By David Villano
By Jose D. Duran
By Michael E. Miller
By Allie Conti
By Kyle Swenson
By Luther Campbell
By Frank Owen
By Allie Conti
Jose Tillan and Ruben Leyva already have their hands in the South Florida music business. Tillan, former bassist for Forget the Name, is managing Latin rocker Nil Lara. Leyva, erstwhile manager for local groups Erotic Exotic, Penguin, and Forget the Name, among others, is director of marketing for ANS Records, a Latin rock independent label. Still, both want to expand the boundaries of their business endeavors, hence the formation of Rojo Records, a new indie label operated and owned by Tillan and Leyva.
"Ruben and I have been friends a long time and we've been talking for the last eight months about getting more involved in the business and more involved with local bands," Tillan says. "We wanted to have more to do with the creative process of making records, from the artwork to helping put the songs together and arranging the songs -- something we can market and promote and have fun with."
Rojo bows next week with the re-release of Earlier Thoughts, the 1990 debut album by local trio Quit. The album -- a crunchy chunk of poppy-punk originals recorded when the band was a foursome -- sold out its initial pressing and has been out of print for about four years. The band will be playing July 3 at Cheers at a release party for the disc, which was remixed by Lounge Act auteur Mike Boudet and now includes a pair of previously unreleased tracks, "Remember" and "Searching," culled from an early Nineties broadcast on WLRN-FM (91.3).
"We just brainstormed and decided to re-release Quit's album," Tillan explains of his label's first effort. "People wanted it and it hadn't been available for a long time. Plus, we had a big constraint, a money factor, and we thought reissuing Earlier Thoughts would just be a matter of pressing it and putting it out. An easy gig."
Actually, the gig wasn't so easy. The original analog master of Earlier Thoughts, produced at Sync Studios by Ralph Cavallero, was in rough sonic shape and in need of a digital remix. Also, the negatives for the front and back covers had been lost in the aftermath of Hurricane Andrew, so they had to to be reshot and laid out again. "It took a lot more time than we thought it would," Tillan notes of the work involved in getting Easier Thoughts back on the shelves. "It sounds and looks better now than it did before, though."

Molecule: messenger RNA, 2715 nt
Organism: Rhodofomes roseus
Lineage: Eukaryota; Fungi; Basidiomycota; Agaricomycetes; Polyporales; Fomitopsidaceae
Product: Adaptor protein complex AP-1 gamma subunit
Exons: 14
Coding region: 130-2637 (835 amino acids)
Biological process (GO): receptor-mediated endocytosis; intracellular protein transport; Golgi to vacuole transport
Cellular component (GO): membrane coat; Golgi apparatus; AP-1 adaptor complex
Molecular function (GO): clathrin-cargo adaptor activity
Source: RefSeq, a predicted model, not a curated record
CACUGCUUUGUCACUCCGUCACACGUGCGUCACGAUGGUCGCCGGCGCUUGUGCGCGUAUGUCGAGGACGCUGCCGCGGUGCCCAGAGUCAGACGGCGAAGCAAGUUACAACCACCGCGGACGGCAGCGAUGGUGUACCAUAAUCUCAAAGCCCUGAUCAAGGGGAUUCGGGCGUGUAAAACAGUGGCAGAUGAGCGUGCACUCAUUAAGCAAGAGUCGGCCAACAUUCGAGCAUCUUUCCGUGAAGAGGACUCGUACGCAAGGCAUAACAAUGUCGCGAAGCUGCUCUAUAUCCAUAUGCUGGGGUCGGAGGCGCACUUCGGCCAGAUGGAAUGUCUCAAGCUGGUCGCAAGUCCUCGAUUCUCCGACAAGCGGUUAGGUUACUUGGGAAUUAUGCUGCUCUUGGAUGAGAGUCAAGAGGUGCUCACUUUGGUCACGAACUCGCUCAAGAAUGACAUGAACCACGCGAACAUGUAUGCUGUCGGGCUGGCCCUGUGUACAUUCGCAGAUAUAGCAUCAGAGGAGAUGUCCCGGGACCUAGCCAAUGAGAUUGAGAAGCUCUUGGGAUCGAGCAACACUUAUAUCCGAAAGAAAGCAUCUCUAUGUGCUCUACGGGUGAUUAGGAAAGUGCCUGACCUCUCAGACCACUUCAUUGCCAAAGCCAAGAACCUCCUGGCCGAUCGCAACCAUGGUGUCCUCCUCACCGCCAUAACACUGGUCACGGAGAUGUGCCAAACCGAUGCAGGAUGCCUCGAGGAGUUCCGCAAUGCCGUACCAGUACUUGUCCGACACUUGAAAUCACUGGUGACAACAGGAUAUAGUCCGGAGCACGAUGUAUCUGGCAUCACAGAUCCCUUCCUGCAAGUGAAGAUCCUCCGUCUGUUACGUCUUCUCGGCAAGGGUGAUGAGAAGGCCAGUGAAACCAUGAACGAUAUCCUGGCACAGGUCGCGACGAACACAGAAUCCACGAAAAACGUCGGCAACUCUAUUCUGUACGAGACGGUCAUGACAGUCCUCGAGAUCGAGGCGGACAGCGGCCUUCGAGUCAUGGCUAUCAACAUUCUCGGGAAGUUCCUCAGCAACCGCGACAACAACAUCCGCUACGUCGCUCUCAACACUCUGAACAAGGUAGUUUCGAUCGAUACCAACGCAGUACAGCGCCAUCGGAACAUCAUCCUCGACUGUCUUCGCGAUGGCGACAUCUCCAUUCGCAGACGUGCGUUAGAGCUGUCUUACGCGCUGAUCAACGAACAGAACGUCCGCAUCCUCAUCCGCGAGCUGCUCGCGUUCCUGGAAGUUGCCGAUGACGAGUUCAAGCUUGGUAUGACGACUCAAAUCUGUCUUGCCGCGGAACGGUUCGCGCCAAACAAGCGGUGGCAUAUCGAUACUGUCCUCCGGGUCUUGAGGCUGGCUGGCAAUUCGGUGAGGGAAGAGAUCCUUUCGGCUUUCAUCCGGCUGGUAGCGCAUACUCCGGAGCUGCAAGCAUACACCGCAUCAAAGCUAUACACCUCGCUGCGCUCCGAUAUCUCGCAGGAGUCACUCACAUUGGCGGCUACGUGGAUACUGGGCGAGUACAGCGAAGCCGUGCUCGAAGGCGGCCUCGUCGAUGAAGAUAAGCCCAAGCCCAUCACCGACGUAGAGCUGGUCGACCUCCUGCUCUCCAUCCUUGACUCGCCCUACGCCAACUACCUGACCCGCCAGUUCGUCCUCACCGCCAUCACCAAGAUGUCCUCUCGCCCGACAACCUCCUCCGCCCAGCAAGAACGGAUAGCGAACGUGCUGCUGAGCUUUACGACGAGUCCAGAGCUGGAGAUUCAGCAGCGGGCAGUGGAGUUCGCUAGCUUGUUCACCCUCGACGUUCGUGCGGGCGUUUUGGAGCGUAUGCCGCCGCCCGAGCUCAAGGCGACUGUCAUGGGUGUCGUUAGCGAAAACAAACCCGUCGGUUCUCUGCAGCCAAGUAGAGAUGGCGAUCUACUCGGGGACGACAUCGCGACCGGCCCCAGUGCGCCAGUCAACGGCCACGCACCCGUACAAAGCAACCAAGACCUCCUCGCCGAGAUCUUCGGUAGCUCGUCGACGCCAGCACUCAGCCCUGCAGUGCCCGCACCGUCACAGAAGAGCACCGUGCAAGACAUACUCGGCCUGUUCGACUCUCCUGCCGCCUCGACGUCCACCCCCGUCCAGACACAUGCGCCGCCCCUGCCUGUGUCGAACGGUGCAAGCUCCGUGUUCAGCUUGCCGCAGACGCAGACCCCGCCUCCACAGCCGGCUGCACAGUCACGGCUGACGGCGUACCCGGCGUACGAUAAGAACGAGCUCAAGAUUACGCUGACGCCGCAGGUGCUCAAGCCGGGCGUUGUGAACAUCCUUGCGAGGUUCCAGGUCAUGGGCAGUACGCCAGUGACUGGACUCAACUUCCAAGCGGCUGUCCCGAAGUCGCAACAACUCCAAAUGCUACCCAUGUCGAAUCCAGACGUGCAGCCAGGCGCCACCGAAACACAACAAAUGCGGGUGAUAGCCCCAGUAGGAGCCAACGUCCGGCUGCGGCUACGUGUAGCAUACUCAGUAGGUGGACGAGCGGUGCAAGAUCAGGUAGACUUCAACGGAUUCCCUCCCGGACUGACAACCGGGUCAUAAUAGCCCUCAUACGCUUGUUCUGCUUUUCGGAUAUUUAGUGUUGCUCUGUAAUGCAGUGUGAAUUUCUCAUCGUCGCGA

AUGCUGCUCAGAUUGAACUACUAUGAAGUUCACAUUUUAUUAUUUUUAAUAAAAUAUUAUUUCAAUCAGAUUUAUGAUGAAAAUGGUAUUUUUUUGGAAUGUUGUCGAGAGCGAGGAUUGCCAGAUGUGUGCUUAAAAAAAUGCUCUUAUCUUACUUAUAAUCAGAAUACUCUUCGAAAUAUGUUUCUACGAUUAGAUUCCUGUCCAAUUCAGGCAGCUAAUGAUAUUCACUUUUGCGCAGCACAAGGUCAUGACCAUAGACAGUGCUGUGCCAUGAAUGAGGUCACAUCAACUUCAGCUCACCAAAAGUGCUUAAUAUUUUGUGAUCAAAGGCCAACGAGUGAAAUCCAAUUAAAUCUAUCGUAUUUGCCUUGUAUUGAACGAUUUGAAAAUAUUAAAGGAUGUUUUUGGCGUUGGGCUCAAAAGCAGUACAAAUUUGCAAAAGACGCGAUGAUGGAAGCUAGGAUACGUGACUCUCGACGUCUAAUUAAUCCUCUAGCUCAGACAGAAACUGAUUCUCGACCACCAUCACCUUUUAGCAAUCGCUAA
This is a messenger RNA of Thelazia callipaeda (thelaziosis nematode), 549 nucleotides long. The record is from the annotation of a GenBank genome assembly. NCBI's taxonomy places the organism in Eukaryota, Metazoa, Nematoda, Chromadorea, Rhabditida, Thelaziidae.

Tillan estimates costs for the CD-only reissue at about $2500, and adds that the disc will first be distributed by Rojo throughout Dade and Broward record stores A big outlets such as Spec's as well as mom-and-pop places like Yesterday & Today. He's hoping to get Earlier Thoughts distributed throughout the state in preparation for a Quit tour in support of the disc. National and international distribution would then be pursued.
Although the label has entered the marketplace with a punk band, Tillan stresses that Rojo won't be devoted to any one music genre. "If we stumble on something we dig, we'll do our best to put it out," he claims. "It just has to be music we both like and believe in, and we'll stay up until three in the morning to do what we have to do. We aren't going to be narrow-minded and say we'll only do this kind of music or that. For instance, my father's friend sings traditional Cuban songs, and we may approach him about doing a record. We want this to be a label where the bottom line is the music, like Elektra and Virgin. They've always been about the music, whatever kind of music it is. That's the exciting part of having a label A not putting out formulaic rock or whatever, but taking chances and moving forward."
Their French name translates into English as the Jugglers, and, appropriately enough, the Jongleurs toss around a lot of different styles. On its eponymous, self-released debut disc, the Coral Gables quintet roams from smart-assed college-boy funk ("Psycho Bitch from Hell," "Gap Girl") to multitextured rock-y jazz ("I Said Whoa"); from skronky sax-laden jumbles ("Sunny Acres") to songs that have Frank Zappa's name smeared all over them ("Flea Circus" and the two-part "Chunky Chicks").
Jongleur Michael Stegner says people hear a lot of different things in the group's music, few of which the band members themselves can detect. "The influences we have never match up to what people think we sound like," states the 21-year-old keyboardist, vocalist, and songwriter. "We always get comparisons to people like John Zorn and Frank Zappa -- my songs always get compared to Zappa. But I'd never even heard of him until people kept saying that. I was always into Miles Davis, Prince. I took classical piano, so I'm really into Bart centsk."
The band has been together for just under two years and was formed by Stegner and fellow University of Miami music major and alto/soprano saxophonist Matt Glassmeyer. After recruiting UMers Forrest Giberson (bass) and Josh Sclar (tenor sax) and UM grad Eric Hastings (drums), the Jongleurs practiced only twice before landing a gig at the now-defunct Stephen Talkhouse, through Hastings's friends in Day by the River. They've played at least one gig a week ever since, at local spots such as Rose's Bar & Music Lounge, South Beach Pub, and Churchill's Hideaway, trying to live true to what Stegner describes as the band's philosophy: "If you fall on your face enough, over time it will pay off."